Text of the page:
This afternoon, Donald Trump pled not guilty to 34 counts of first degree falsifying business records in a Manhattan court room. A mere six years after laundering a hush money payment to a porn star through his attorney Michael Cohen, Trump was criminally indicted for what prosecutors called a “conspiracy to undermine the integrity of the 2016 election.”
“These are felony crimes in New York state, no matter who you are,” District Attorney Alvin Bragg said in a press conference after the arraignment.
Most of what’s laid out in the statement of facts accompanying the indictment has been public for years. Prosecutors allege that “the Defendant orchestrated a scheme with others to influence the 2016 presidential election by identifying and purchasing negative information about him to suppress its publication and benefit the Defendant’s electoral prospects.” The document describes the 2015 meeting where Trump and Cohen enlisted David Pecker, then CEO of the National Enquirer’s parent company American Media Inc, to “act as the ‘eyes and ears’ for the campaign by looking out for negative stories about the Defendant and alerting Lawyer A before the stories were published” and to “publish negative stories about the Defendant’s competitors for the election.”
The story of Michael Cohen’s reimbursement for the $130,000 hush money payment to Stormy Daniels through a series of $35,000 checks characterized as “retainers” is well known to even the casual news observer. And Trump observers will remember the payoff to former Playboy Playmate Karen McDougal, for the “life rights” to her story, as well as a separate payment to a New York doorman who alleged that Trump had fathered a child out of wedlock, both of which get a mention in the statement of facts.
What is most surprising is the indictment itself. Before last night, there was rampant speculation that the district attorney would charge for both second degree falsification of business records under NY PL § 175.05, a misdemeanor, and first degree falsification under NY PL § 175.10, a felony because the defendant’s “intent to defraud includes an intent to commit another crime or to aid or conceal the commission thereof.” But the indictment includes no misdemeanors, and no conspiracy charges as was also speculated. This may be a risky gambit for the DA, because it requires him to prove “intent to defraud,” and also because the “other crime” here is conduct for which no one was ever charged. When asked about this at the press conference, Bragg made vague references to violations of “New York state election law, ” which makes it a “crime to conspire to promote a candidate by unlawful means,” as well to violations of federal election law.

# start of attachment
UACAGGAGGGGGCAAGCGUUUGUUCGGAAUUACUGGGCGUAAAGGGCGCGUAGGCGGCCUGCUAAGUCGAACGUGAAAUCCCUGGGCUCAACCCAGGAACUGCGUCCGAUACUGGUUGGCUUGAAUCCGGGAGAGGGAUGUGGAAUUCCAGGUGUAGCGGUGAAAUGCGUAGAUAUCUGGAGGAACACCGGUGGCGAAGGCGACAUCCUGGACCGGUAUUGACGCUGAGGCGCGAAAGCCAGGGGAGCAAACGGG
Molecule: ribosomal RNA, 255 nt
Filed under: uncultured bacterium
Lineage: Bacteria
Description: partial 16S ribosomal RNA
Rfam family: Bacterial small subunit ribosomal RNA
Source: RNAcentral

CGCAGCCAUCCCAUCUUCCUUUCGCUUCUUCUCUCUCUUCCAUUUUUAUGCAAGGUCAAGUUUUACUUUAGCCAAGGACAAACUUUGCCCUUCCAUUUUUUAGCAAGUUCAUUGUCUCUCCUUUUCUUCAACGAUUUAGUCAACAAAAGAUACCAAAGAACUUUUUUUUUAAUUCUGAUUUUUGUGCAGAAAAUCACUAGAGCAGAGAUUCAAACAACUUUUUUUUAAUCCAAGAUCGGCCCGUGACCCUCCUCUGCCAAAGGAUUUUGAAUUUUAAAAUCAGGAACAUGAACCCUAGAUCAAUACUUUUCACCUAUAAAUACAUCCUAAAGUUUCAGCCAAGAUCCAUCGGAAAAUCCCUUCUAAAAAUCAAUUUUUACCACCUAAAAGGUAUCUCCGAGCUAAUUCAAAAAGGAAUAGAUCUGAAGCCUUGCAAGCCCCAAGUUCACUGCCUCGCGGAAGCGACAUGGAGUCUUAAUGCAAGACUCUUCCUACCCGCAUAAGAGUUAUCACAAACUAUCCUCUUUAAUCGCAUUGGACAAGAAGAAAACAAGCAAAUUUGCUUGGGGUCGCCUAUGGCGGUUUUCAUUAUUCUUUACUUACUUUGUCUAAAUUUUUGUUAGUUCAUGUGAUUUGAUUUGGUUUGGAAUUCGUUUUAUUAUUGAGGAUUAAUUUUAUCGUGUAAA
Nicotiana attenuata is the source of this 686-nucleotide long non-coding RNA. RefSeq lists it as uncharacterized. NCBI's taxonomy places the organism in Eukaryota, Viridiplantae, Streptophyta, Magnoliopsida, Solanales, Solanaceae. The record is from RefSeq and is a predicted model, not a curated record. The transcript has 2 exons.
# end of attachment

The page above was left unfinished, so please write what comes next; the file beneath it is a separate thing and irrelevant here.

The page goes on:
If the court buys this theory, then he’ll have succeeded in convicting the former president of multiple felonies — assuming he can get around the five-year statute of limitations problem. If the court refuses to accept the election crimes as a predicate for first degree falsification, Bragg doesn’t even get to go home with a misdemeanor conviction as a participation trophy (which would have a two-year limitations problem of its own).
Least surprising of all was Trump’s conduct throughout. The former president started the day by shouting on social media: “THE RADICAL LEFT DEMOCRATS HAVE CRIMINALIZED THE JUSTICE SYSTEM. THIS IS NOT WHAT AMERICA WAS SUPPOSED TO BE!”
Then he immediately pivoted to fundraising.
Note that the defendant is 6’5″ in this photo, so you know it’s not real.
Trump was represented in court by his new attorney Todd Blanche, late of Cadwalader, Wickersham & Taft. He was also accompanied by attorneys Joseph Tacopina, Susan Necheles, and Boris Epshteyn, as well as his advisor Jason Miller and his valet Walt Nauta. Epshteyn occupies an odd space in Trump’s orbit, reportedly steering him into some of his more unwise lawsuits and recently coming into focus as a subject of major interest by Special Counsel Jack Smith for his role in both the fake electors scheme and the handling of classified documents. Similarly Nauta has been deposed about moving the boxes of records seized by the FBI into and out of the storage locker at Mar-a-Lago where Trump kept some of them.
Trump claims that he’ll be moving the case to Staten Island where they actually like him (LOL), while his namesake son posted pictures on social media of New York Supreme Court Justice Juan Merchan’s daughter, who worked on the Biden campaign (NOT LOL). So much for the court’s request that Trump refrain from social media posts which might foment unrest.
A rational defendant would shut the hell up immediately. But Donald Trump didn’t get where he is in this life by being rational, much less discrete. So he’s planning a press conference this evening to be carried on live television.
Elect a clown, get a circus. And then send him packing, and find that the circus is here to stay.
Liz Dye lives in Baltimore where she writes about law and politics and appears on the Opening Arguments podcast.